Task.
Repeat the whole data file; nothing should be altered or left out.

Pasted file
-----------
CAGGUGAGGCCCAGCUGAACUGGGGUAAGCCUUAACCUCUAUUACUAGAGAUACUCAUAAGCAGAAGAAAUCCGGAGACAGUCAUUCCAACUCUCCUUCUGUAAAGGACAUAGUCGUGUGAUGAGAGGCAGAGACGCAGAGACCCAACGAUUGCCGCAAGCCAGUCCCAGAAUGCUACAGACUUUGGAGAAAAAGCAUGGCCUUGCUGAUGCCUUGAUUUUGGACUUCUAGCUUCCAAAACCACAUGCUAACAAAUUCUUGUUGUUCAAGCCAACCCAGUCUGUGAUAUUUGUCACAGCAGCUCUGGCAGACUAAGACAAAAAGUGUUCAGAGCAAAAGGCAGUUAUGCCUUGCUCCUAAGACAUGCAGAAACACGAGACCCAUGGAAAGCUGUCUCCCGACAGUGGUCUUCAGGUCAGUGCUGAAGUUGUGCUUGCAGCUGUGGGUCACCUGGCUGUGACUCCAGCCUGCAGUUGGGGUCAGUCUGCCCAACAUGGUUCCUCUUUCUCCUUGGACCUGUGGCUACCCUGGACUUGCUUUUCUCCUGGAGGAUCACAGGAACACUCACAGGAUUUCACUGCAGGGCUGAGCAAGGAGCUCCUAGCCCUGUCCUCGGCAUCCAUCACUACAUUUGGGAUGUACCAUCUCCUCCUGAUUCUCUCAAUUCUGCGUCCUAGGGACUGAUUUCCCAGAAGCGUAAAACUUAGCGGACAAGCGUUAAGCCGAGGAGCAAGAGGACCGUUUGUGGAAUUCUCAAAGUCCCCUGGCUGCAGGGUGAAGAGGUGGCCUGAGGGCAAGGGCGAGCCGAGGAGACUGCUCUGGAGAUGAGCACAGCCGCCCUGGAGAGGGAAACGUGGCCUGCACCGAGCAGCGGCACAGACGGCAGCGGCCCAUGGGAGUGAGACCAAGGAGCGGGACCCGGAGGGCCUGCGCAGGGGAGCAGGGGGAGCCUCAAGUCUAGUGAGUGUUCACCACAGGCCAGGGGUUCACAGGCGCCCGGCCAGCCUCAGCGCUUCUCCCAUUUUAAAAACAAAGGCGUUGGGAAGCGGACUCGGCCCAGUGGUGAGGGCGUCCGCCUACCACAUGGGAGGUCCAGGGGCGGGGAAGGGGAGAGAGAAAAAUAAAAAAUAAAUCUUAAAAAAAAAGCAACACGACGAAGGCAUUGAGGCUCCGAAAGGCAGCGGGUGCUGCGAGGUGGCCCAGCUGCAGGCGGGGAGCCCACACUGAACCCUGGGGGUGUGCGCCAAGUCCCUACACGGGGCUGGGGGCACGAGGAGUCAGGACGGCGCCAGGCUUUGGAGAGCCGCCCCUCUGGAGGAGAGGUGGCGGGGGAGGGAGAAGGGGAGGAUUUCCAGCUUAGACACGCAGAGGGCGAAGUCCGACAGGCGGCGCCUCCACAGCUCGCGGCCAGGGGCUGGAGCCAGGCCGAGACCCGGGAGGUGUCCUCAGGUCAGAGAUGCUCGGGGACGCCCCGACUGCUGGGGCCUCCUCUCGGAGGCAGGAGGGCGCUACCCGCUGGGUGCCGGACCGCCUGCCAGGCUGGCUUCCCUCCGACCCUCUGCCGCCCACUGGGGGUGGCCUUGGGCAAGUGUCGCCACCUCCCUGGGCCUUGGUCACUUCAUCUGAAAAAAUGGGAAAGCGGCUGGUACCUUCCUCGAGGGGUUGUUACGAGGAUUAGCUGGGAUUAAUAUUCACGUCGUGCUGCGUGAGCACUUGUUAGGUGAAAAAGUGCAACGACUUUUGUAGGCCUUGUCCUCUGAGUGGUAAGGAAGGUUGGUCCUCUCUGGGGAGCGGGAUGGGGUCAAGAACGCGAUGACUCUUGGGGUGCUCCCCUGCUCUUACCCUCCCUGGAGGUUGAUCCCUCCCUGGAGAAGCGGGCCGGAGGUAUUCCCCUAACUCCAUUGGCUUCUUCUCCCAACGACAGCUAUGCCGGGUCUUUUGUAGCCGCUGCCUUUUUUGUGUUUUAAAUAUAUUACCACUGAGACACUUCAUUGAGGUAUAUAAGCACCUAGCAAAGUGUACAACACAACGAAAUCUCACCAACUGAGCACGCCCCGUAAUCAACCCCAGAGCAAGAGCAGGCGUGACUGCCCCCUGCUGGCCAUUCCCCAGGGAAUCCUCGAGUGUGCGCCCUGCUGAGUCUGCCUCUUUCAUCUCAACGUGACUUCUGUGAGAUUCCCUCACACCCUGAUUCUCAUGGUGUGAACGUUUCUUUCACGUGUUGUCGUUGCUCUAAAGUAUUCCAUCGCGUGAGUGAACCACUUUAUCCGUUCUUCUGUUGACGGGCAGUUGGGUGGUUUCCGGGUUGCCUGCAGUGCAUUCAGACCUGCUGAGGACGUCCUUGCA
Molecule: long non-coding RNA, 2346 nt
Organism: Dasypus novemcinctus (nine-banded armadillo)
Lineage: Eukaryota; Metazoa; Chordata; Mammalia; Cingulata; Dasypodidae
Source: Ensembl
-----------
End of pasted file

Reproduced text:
CAGGUGAGGCCCAGCUGAACUGGGGUAAGCCUUAACCUCUAUUACUAGAGAUACUCAUAAGCAGAAGAAAUCCGGAGACAGUCAUUCCAACUCUCCUUCUGUAAAGGACAUAGUCGUGUGAUGAGAGGCAGAGACGCAGAGACCCAACGAUUGCCGCAAGCCAGUCCCAGAAUGCUACAGACUUUGGAGAAAAAGCAUGGCCUUGCUGAUGCCUUGAUUUUGGACUUCUAGCUUCCAAAACCACAUGCUAACAAAUUCUUGUUGUUCAAGCCAACCCAGUCUGUGAUAUUUGUCACAGCAGCUCUGGCAGACUAAGACAAAAAGUGUUCAGAGCAAAAGGCAGUUAUGCCUUGCUCCUAAGACAUGCAGAAACACGAGACCCAUGGAAAGCUGUCUCCCGACAGUGGUCUUCAGGUCAGUGCUGAAGUUGUGCUUGCAGCUGUGGGUCACCUGGCUGUGACUCCAGCCUGCAGUUGGGGUCAGUCUGCCCAACAUGGUUCCUCUUUCUCCUUGGACCUGUGGCUACCCUGGACUUGCUUUUCUCCUGGAGGAUCACAGGAACACUCACAGGAUUUCACUGCAGGGCUGAGCAAGGAGCUCCUAGCCCUGUCCUCGGCAUCCAUCACUACAUUUGGGAUGUACCAUCUCCUCCUGAUUCUCUCAAUUCUGCGUCCUAGGGACUGAUUUCCCAGAAGCGUAAAACUUAGCGGACAAGCGUUAAGCCGAGGAGCAAGAGGACCGUUUGUGGAAUUCUCAAAGUCCCCUGGCUGCAGGGUGAAGAGGUGGCCUGAGGGCAAGGGCGAGCCGAGGAGACUGCUCUGGAGAUGAGCACAGCCGCCCUGGAGAGGGAAACGUGGCCUGCACCGAGCAGCGGCACAGACGGCAGCGGCCCAUGGGAGUGAGACCAAGGAGCGGGACCCGGAGGGCCUGCGCAGGGGAGCAGGGGGAGCCUCAAGUCUAGUGAGUGUUCACCACAGGCCAGGGGUUCACAGGCGCCCGGCCAGCCUCAGCGCUUCUCCCAUUUUAAAAACAAAGGCGUUGGGAAGCGGACUCGGCCCAGUGGUGAGGGCGUCCGCCUACCACAUGGGAGGUCCAGGGGCGGGGAAGGGGAGAGAGAAAAAUAAAAAAUAAAUCUUAAAAAAAAAGCAACACGACGAAGGCAUUGAGGCUCCGAAAGGCAGCGGGUGCUGCGAGGUGGCCCAGCUGCAGGCGGGGAGCCCACACUGAACCCUGGGGGUGUGCGCCAAGUCCCUACACGGGGCUGGGGGCACGAGGAGUCAGGACGGCGCCAGGCUUUGGAGAGCCGCCCCUCUGGAGGAGAGGUGGCGGGGGAGGGAGAAGGGGAGGAUUUCCAGCUUAGACACGCAGAGGGCGAAGUCCGACAGGCGGCGCCUCCACAGCUCGCGGCCAGGGGCUGGAGCCAGGCCGAGACCCGGGAGGUGUCCUCAGGUCAGAGAUGCUCGGGGACGCCCCGACUGCUGGGGCCUCCUCUCGGAGGCAGGAGGGCGCUACCCGCUGGGUGCCGGACCGCCUGCCAGGCUGGCUUCCCUCCGACCCUCUGCCGCCCACUGGGGGUGGCCUUGGGCAAGUGUCGCCACCUCCCUGGGCCUUGGUCACUUCAUCUGAAAAAAUGGGAAAGCGGCUGGUACCUUCCUCGAGGGGUUGUUACGAGGAUUAGCUGGGAUUAAUAUUCACGUCGUGCUGCGUGAGCACUUGUUAGGUGAAAAAGUGCAACGACUUUUGUAGGCCUUGUCCUCUGAGUGGUAAGGAAGGUUGGUCCUCUCUGGGGAGCGGGAUGGGGUCAAGAACGCGAUGACUCUUGGGGUGCUCCCCUGCUCUUACCCUCCCUGGAGGUUGAUCCCUCCCUGGAGAAGCGGGCCGGAGGUAUUCCCCUAACUCCAUUGGCUUCUUCUCCCAACGACAGCUAUGCCGGGUCUUUUGUAGCCGCUGCCUUUUUUGUGUUUUAAAUAUAUUACCACUGAGACACUUCAUUGAGGUAUAUAAGCACCUAGCAAAGUGUACAACACAACGAAAUCUCACCAACUGAGCACGCCCCGUAAUCAACCCCAGAGCAAGAGCAGGCGUGACUGCCCCCUGCUGGCCAUUCCCCAGGGAAUCCUCGAGUGUGCGCCCUGCUGAGUCUGCCUCUUUCAUCUCAACGUGACUUCUGUGAGAUUCCCUCACACCCUGAUUCUCAUGGUGUGAACGUUUCUUUCACGUGUUGUCGUUGCUCUAAAGUAUUCCAUCGCGUGAGUGAACCACUUUAUCCGUUCUUCUGUUGACGGGCAGUUGGGUGGUUUCCGGGUUGCCUGCAGUGCAUUCAGACCUGCUGAGGACGUCCUUGCA
Molecule: long non-coding RNA, 2346 nt
Organism: Dasypus novemcinctus (nine-banded armadillo)
Lineage: Eukaryota; Metazoa; Chordata; Mammalia; Cingulata; Dasypodidae
Source: Ensembl